Half way reflections

Alison Twiner

(cartoon courtesy of @harrymvenning drawn during our presentation at @JSWEC 2016)

 

So we’ve just passed the half way mark in terms of funded time on the WiSP project – I thought this was a good time to reflect on where we are…

In terms of data collection,

  • We’re working with three local authorities, and we’ve conducted interviews with over 40 social workers so far.
  • 26 social workers have been keeping logs of writing activities, to give a sense of what is being written, when, why, where, and who for…
  • We’re collecting texts written by social workers, anonymised of course, and so far have a corpus just over 700,000 words – this consists of a range of types of writing, including emails, case notes, assessments, reports, letters, referrals and support plans.
  • We’re also observing social work in action, and have spent 7 weeks shadowing social workers in different domains across children’s and adult services.

In terms of what stands out – one key issue we’re discussing at the moment is interruptions:

  1. what is an interruption? This seems a strange question to ask but what we’re thinking of here, for example, could be where one social worker asks a question to others in his/her office space – for some this may be perceived to disrupt the flow of work; for others it may be an opportunity to exchange case information and expertise; for others it may be a chance for social interaction with colleagues. Of course the point here is that what an interruption is varies according to context and perspective.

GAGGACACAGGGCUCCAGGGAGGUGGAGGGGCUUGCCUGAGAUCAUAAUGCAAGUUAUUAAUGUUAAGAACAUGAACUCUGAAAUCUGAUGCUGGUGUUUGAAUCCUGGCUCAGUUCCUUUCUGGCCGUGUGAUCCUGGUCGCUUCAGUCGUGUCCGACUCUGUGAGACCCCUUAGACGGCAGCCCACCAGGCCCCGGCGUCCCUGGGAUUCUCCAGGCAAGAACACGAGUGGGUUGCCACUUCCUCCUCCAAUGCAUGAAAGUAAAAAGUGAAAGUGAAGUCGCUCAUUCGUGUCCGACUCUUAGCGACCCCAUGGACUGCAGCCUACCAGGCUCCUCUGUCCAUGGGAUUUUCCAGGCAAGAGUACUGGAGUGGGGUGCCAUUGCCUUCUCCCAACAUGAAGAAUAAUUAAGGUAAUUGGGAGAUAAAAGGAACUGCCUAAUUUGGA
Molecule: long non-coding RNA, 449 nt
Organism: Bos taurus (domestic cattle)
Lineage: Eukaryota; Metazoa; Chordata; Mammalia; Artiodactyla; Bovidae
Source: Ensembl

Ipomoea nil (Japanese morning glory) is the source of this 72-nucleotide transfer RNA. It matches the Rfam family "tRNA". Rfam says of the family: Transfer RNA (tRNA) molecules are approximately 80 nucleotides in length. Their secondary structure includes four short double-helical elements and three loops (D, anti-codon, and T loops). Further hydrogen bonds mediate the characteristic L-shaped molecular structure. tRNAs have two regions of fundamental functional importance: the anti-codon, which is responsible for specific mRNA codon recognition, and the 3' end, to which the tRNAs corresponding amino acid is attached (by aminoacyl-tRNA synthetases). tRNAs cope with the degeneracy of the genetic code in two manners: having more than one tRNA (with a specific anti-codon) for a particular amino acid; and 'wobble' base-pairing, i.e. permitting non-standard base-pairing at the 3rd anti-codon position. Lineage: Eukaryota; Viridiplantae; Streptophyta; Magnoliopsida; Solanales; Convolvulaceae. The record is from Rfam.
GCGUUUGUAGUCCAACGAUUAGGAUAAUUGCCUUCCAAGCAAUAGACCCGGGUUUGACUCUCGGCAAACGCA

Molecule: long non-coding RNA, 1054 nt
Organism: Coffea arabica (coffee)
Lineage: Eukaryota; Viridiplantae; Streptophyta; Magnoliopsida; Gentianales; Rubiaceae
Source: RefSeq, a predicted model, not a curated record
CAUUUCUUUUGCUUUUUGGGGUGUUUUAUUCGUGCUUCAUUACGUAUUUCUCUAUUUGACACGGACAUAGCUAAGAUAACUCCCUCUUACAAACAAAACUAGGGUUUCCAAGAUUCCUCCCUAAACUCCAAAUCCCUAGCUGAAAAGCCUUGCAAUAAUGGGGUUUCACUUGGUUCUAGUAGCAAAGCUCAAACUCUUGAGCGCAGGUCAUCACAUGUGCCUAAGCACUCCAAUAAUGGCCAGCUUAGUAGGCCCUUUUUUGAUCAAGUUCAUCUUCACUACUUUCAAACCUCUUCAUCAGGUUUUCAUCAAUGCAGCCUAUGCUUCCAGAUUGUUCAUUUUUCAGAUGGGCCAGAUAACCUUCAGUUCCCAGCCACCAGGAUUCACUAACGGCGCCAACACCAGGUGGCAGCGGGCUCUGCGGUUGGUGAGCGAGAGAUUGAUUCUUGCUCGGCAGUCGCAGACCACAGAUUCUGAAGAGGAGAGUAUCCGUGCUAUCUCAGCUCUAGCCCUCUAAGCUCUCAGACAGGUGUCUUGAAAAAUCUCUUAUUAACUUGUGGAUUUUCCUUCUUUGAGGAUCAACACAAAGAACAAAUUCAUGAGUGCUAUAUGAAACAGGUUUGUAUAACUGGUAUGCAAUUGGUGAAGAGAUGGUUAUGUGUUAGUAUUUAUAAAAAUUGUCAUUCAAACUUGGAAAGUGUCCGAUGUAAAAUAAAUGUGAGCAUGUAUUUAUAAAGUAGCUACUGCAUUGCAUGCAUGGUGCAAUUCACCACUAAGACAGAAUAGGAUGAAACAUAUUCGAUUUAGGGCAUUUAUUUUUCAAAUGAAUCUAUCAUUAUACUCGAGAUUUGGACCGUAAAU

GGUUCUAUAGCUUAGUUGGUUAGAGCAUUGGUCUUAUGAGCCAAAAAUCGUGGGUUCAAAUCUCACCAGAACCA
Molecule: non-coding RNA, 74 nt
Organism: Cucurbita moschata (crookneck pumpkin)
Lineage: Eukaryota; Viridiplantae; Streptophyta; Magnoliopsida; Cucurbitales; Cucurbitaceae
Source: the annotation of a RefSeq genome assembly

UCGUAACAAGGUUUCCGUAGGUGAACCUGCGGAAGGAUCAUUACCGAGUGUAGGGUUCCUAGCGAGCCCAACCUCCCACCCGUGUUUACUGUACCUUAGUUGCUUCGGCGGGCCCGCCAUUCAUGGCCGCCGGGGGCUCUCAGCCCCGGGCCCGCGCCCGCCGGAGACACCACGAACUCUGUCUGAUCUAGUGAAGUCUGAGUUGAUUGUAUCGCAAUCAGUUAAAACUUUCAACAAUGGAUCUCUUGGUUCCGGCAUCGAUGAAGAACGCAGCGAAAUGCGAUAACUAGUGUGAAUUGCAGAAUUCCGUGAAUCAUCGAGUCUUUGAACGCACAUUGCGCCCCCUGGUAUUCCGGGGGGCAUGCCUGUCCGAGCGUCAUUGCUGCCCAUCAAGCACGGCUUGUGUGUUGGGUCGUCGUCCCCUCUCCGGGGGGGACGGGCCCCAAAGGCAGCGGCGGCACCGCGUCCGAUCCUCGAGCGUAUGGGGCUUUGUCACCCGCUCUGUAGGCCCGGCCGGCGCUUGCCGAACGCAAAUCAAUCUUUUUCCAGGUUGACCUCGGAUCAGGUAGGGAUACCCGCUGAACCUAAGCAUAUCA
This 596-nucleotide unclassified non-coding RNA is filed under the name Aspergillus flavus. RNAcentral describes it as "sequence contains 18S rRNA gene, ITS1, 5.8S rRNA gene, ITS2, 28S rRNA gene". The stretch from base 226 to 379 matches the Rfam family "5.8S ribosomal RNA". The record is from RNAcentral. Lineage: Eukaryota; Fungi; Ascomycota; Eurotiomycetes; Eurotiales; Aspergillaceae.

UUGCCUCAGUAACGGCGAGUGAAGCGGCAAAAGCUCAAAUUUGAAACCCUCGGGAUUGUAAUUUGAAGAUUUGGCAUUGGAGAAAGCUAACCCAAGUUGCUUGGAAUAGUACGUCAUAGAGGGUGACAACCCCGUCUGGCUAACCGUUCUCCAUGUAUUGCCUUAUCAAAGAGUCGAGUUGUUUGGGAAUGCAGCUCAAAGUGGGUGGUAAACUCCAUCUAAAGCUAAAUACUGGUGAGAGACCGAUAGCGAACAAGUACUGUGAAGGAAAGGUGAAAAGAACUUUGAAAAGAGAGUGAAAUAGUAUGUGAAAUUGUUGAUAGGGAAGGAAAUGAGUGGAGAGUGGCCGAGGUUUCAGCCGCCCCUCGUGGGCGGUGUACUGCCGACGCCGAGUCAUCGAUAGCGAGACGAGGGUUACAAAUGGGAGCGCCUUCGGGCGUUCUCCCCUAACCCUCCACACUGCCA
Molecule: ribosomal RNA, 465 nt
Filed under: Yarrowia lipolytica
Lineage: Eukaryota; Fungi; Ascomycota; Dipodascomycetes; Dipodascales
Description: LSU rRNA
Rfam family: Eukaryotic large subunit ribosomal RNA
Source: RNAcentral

2. Of specific interest to us is the impact of ‘interruptions’ on social work writing. Indeed, just how interrupted or fragmented is social work writing?
  3. what are the potential impacts of interrupted writing practice?
  4. are interruptions always a bad thing??? Can they also be a means of reinforcing team working relations, or increasing understanding of others’ cases – which could be very helpful when on duty…?

 

We still have a lot of work to do, and lots of interesting texts and perspectives to get our corpus and ethnographic analytic teeth into…

Watch this space!

Leave a Reply